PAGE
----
Walking through aisles at pet stores, it’s easy to see the appeal. There’s bright colors everywhere, adorable animals, an aquarium-esque fish wall, and tons of toys and treats for various pets. But there’s a darker side to these pet stores, a side that really pushes the ethical boundaries of how we treat our future pets.
I used to work at a big brand pet store, so I was able to see first hand the behind-the-scenes action of those huge pet emporiums. Let me preface what I’m about to say with this: the daily workers at the pet store, the managers, and even some of the higher ups do genuinely care about their jobs and about the animals whose health is directly affected by their actions. Most of my ex-coworkers cared deeply about the animals and most of them had more than ten pets at home, a majority of which were actually adopted from the store when the store wasn’t able to sell them. The inherent problem here isn’t with the workers: it’s with the processes and operations set by those who are really making money off of the store, those who profit from the idea of a building stocked up with animals in tiny cages.
While I was lucky enough to work in a place without a permanent puppy adoption center, this is a real issue for a lot of pet stores. They receive puppies constantly from puppy mills, which are a terrible commercialized way of over breeding to produce “adorable” puppies; puppies that have severe genetic problems, diseases, and stress, which as you can imagine, lead to horrific death rates among the puppies born at puppy mills. The puppies, additionally, are kept in brutal conditions: tiny cages, little feeding or water, and little cleaning. Pet stores often lie about where they get their puppies from, to make matters worse, and customers have no way of knowing.
Unhappy Pets on the Sales Floor
Now, the issue with the other small animals. To start: the animals are kept in cages that are way too small, often overcrowded with other animals, in a very bright and scary environment with lots of small children yelling and tapping on the glass.
Like puppies, these animals are farmed. In fact, every week, the store receives a shipment of animals trapped in cages and cardboard boxes that sits on the floor until a worker unpacks them. The animals are then unpacked and placed into their prospective cages.
There’s a psychology that becomes problematic with pet stores, and that is this: The store provides incorrect expectations for pet owners on how their pets should be kept and how they should be maintained. A customer walking in to purchase a pet will see the tiny cage, and will assume that is how the animal should be kept. Several times working there, I had to explain to customers that the foot by foot cage these four hamsters are kept in is, in fact, not how four hamsters should be kept. “But the store keeps them this way, why can’t I?” is usually the response I would get, and I would be left speechless. The animals are kept inhumanely for the sake of making money, and there was nothing I could do for them but care for them the best way I could.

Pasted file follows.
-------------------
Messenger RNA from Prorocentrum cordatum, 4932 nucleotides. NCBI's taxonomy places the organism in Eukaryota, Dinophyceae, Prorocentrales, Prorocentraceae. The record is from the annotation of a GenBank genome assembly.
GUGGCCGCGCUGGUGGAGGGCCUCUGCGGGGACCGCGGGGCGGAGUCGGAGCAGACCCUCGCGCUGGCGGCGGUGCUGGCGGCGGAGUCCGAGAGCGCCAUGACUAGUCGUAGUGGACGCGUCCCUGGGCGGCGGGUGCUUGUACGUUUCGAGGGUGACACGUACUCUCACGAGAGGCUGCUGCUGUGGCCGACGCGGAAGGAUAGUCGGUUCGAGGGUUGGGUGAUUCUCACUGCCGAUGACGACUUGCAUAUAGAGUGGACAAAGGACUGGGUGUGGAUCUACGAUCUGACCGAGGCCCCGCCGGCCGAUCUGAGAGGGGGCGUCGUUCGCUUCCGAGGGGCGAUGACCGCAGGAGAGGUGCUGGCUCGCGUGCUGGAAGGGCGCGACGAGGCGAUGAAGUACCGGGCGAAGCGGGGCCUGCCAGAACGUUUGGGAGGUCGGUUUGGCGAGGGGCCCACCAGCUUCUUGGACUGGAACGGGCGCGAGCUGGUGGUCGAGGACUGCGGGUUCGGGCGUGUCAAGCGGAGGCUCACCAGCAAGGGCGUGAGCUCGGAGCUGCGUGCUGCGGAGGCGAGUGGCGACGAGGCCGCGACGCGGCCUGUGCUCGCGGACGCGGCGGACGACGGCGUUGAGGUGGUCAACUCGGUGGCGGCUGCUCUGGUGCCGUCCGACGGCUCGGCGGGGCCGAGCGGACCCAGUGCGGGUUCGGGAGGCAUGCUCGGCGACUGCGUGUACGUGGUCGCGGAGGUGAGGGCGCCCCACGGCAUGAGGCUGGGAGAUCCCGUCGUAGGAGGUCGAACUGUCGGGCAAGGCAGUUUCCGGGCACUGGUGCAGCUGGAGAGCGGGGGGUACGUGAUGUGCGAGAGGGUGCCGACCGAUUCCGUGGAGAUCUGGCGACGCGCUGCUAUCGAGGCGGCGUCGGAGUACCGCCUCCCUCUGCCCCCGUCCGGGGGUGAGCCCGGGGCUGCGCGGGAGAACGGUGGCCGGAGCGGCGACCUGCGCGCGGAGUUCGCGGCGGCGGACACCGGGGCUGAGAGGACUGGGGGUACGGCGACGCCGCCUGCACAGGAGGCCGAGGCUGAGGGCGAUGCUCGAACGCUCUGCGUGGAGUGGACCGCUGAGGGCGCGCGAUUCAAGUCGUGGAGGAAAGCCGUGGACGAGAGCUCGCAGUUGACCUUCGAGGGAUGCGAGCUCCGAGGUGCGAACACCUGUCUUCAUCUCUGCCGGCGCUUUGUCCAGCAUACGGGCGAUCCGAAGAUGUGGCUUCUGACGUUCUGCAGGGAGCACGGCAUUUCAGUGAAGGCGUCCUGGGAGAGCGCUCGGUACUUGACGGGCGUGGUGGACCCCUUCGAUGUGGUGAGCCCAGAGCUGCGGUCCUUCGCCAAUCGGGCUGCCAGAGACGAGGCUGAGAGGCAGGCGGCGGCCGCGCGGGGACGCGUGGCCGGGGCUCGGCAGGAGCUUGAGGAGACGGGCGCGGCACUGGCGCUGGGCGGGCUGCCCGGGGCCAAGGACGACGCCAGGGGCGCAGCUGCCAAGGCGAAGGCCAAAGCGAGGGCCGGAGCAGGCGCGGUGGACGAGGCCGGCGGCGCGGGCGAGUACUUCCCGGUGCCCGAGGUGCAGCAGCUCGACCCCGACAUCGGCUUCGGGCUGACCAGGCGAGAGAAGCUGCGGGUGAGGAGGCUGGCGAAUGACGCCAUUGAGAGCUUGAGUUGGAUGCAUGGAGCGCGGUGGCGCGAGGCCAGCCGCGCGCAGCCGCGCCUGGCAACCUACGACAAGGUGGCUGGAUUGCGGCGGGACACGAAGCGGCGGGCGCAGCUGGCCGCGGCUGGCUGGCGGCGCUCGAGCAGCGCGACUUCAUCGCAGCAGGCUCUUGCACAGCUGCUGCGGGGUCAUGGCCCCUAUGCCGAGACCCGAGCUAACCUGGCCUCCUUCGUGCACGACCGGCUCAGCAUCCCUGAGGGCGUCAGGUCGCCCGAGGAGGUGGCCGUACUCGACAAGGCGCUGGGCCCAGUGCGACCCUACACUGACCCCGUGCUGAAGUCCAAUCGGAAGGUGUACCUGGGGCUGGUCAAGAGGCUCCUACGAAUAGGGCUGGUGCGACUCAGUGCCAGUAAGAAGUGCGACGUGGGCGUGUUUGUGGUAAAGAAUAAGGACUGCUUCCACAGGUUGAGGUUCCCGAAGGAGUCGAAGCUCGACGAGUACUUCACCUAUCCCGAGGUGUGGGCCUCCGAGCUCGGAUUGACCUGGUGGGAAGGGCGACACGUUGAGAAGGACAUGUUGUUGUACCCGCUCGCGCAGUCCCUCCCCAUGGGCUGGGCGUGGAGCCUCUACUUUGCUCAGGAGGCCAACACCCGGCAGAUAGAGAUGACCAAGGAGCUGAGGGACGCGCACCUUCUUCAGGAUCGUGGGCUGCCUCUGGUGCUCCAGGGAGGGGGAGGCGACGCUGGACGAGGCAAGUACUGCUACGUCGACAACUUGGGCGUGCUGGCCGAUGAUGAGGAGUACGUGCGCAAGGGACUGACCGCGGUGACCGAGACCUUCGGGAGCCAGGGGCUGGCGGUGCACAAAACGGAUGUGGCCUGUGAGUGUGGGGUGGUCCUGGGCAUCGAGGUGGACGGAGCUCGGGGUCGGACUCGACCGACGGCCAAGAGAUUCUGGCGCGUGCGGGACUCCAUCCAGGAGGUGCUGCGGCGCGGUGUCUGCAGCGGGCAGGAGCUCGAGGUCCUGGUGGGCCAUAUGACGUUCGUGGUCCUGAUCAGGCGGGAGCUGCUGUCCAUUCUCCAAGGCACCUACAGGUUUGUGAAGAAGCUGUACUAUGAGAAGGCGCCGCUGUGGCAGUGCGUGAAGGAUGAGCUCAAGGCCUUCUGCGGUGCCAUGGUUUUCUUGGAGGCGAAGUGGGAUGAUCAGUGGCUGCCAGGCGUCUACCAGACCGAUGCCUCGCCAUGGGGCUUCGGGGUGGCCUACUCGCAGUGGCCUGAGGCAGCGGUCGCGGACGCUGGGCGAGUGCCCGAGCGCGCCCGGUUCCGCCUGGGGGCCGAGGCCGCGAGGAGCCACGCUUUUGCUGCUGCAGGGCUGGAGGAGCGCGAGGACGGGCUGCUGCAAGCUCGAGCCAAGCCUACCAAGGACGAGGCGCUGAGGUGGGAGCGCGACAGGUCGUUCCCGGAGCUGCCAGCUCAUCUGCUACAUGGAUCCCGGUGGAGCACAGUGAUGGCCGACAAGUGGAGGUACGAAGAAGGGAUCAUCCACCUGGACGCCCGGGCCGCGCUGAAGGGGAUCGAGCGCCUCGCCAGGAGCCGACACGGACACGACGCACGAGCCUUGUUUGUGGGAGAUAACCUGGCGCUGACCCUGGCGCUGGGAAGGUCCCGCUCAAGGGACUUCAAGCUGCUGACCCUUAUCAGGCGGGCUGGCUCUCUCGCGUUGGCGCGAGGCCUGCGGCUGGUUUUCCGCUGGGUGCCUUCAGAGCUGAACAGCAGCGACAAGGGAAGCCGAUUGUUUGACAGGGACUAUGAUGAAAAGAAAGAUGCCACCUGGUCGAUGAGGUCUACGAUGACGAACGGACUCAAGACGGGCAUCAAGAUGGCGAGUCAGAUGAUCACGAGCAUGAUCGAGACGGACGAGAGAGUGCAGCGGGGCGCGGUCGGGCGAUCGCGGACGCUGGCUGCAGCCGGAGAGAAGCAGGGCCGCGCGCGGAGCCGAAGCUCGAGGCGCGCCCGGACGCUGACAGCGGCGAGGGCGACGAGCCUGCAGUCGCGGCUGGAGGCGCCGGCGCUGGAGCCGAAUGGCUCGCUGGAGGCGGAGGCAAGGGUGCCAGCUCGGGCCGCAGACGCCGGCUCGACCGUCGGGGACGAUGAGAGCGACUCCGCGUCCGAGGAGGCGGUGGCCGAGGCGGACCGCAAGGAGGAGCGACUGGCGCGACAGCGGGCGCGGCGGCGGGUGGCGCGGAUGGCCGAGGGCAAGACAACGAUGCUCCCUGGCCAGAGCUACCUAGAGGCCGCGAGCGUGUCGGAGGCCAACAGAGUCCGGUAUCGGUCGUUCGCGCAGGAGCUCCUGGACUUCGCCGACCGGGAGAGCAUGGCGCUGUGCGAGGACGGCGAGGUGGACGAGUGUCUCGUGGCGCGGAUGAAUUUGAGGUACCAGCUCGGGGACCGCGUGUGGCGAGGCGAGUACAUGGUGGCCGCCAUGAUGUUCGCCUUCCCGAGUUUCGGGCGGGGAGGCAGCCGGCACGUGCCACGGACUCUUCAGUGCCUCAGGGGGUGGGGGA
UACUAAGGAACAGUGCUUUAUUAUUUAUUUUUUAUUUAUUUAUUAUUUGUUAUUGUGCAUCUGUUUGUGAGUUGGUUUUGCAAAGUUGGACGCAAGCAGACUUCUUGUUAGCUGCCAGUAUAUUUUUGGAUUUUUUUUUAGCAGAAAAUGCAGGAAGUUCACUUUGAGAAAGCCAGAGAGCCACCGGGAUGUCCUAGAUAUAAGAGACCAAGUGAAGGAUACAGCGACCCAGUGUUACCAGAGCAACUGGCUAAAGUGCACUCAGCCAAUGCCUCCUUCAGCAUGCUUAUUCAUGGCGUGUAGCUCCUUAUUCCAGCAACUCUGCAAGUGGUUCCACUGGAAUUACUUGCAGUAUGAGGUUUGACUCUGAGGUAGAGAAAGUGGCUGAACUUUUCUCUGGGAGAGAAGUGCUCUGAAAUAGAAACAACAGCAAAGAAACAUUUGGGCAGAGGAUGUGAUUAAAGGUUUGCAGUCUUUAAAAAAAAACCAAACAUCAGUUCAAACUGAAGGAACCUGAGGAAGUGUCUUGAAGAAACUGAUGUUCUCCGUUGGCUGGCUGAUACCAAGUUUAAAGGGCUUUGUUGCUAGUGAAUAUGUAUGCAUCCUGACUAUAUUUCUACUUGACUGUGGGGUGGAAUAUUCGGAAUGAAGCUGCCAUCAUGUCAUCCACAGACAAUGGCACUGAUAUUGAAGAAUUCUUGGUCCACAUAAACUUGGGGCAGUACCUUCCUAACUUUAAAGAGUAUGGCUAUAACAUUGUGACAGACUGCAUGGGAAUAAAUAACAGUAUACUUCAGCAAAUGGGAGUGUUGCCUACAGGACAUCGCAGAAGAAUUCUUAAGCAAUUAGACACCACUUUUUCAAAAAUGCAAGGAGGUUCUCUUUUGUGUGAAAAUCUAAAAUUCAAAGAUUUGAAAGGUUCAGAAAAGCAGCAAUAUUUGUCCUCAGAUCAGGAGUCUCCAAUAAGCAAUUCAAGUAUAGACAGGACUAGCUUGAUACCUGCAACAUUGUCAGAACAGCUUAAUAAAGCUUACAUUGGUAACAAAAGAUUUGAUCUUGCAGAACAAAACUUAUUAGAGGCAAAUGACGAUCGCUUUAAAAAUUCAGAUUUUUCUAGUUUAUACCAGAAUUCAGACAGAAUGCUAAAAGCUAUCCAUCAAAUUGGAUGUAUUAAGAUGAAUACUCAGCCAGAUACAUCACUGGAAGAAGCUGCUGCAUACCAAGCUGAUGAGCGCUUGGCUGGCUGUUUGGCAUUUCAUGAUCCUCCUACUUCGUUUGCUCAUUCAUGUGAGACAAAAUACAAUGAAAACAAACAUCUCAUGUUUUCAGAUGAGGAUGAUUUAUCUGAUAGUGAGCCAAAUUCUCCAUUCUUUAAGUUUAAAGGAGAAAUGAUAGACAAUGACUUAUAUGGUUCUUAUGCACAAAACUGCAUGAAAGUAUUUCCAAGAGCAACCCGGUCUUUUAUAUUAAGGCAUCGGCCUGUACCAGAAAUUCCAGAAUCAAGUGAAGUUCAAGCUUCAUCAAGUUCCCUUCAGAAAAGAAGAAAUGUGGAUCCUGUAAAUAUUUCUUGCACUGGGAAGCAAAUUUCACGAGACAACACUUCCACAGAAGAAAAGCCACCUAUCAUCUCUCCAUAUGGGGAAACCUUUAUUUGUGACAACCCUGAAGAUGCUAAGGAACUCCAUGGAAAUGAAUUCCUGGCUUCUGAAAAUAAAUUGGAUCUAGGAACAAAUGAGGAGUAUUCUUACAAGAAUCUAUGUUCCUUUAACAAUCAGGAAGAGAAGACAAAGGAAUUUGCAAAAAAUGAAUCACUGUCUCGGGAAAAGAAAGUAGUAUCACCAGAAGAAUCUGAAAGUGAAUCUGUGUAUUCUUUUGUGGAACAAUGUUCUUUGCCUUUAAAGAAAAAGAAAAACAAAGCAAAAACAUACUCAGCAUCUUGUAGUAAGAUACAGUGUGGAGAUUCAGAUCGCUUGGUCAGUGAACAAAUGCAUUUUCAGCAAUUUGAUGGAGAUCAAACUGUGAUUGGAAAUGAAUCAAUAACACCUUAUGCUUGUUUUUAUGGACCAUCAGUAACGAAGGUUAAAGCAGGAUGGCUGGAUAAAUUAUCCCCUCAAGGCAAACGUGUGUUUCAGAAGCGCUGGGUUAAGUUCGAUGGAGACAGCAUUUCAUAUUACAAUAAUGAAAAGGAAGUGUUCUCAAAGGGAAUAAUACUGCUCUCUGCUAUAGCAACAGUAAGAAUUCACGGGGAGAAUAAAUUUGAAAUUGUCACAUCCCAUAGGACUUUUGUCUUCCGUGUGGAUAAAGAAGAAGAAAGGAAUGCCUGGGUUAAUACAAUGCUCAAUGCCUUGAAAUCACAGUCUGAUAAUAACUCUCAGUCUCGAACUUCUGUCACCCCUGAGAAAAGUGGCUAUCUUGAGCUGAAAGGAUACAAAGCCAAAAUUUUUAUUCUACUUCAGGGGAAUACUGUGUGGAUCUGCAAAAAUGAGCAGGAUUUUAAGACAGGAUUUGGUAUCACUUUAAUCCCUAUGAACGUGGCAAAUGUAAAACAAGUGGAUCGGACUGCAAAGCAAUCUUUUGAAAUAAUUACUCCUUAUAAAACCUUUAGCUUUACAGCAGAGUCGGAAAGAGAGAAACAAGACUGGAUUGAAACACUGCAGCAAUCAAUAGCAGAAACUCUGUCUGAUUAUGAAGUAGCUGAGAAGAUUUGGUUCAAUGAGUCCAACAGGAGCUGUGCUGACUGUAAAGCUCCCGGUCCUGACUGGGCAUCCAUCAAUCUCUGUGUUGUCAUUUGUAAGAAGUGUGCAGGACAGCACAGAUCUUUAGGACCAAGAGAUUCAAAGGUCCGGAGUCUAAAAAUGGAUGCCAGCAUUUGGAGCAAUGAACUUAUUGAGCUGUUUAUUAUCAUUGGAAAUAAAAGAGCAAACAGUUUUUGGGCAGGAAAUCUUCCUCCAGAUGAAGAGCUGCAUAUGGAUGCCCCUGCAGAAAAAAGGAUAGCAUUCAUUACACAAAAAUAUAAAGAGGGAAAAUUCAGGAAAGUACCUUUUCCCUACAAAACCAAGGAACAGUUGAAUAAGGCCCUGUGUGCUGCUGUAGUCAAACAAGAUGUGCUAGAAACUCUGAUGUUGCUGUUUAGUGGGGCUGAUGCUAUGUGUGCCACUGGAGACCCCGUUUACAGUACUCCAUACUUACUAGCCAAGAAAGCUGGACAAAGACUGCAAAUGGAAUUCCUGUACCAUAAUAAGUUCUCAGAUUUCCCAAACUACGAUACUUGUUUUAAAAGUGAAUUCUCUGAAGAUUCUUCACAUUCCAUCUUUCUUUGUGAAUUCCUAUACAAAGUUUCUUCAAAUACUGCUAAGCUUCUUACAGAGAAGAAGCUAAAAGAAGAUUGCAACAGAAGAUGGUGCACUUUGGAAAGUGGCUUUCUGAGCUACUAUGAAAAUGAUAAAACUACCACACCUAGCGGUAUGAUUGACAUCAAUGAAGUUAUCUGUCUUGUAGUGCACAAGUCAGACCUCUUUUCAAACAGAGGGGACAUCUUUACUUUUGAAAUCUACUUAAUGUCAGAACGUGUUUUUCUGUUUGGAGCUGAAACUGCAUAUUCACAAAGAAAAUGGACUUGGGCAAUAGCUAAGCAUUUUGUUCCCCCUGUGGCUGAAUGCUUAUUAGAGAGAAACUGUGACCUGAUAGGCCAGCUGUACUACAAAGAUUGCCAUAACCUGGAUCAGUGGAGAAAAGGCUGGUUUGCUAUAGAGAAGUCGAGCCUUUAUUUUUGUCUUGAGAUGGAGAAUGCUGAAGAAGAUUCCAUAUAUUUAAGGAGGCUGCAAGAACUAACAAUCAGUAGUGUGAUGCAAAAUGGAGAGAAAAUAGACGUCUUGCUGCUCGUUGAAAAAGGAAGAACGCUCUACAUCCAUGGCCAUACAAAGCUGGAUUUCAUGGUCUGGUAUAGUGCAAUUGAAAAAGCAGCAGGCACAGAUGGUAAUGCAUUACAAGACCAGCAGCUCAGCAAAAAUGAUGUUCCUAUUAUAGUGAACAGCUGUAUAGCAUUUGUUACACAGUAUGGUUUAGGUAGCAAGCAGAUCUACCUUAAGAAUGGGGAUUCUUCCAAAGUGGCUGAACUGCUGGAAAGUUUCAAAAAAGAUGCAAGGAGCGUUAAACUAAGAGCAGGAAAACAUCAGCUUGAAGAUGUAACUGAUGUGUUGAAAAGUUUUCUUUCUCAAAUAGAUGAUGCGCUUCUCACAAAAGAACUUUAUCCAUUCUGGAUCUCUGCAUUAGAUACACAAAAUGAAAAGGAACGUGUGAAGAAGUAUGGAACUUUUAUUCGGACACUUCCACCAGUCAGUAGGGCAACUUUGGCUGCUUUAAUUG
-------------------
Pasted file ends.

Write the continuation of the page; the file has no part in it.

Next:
The reptiles, in particular, were kept incorrectly. Bearded dragons, the cute little lizards often sold at pet stores for how small they are as babies, are not supposed to be kept on loose substrate. This can cause gut impaction and can lead to death for these poor lizards. It is also especially dangerous for beardies to be kept in overcrowded tanks, because they actually compete to soak up the UV light and will harm the other beardies’ growth. Also, you’ll notice that pet stores generally only keep small beardies. That’s because it’s cheaper to cram a bunch of little lizards into one tank than to have one grown-up beardie taking up space in one tank. The best size tank for a bearded dragon is a 125 gallon. Most beardies at pet stores are kept together in 10 gallon tanks.
Improper Fish Care
Fish being kept in improper tanks is a huge issue. Betta fish in particular, famed for apparently being able to be kept in extremely small tanks, are actually supposed to be kept alone in tanks no smaller than a 2.5 gallon. The store I worked at sold 0.75 gallon sized tanks.
The fish also die extremely quickly. Part of my job on a daily basis was to scoop the dead fish out of their tanks. The fish, especially the oscars, are kept together in extremely small tanks. One oscar needs 55 gallons of swimming space to itself. Like the animals on the sales floor, this is waved aside on the excuse that “the fish are bought quickly enough to justify keeping them in these small tanks.” But this isn’t true, and most fish succumb to the stress anyway.
Adopt and Rescue
Ultimately, big brand pet stores like the one I worked at are incredibly dangerous for the animals involved. The animals are kept in inhumane conditions, and often die to the stress, the lack of space, and the uncleanliness. Even if they are purchased, they are sold to people who are often buying on impulse and who have incorrect information. This is an unhealthy practice that only profits the store and the brand.
So what do you do instead when you want your next furry, scaly, or feathery friend? Adopt or rescue. This is the best way to save animals without a home from inhumane conditions, and give them a comforting new family. You also save them from the risk of being put down, and, best of all, you’re not backing an unhealthy business that treats animals poorly.
Find your local adoption shelter here.
Donate to the ASPCA and/or the Humane Society of the United States.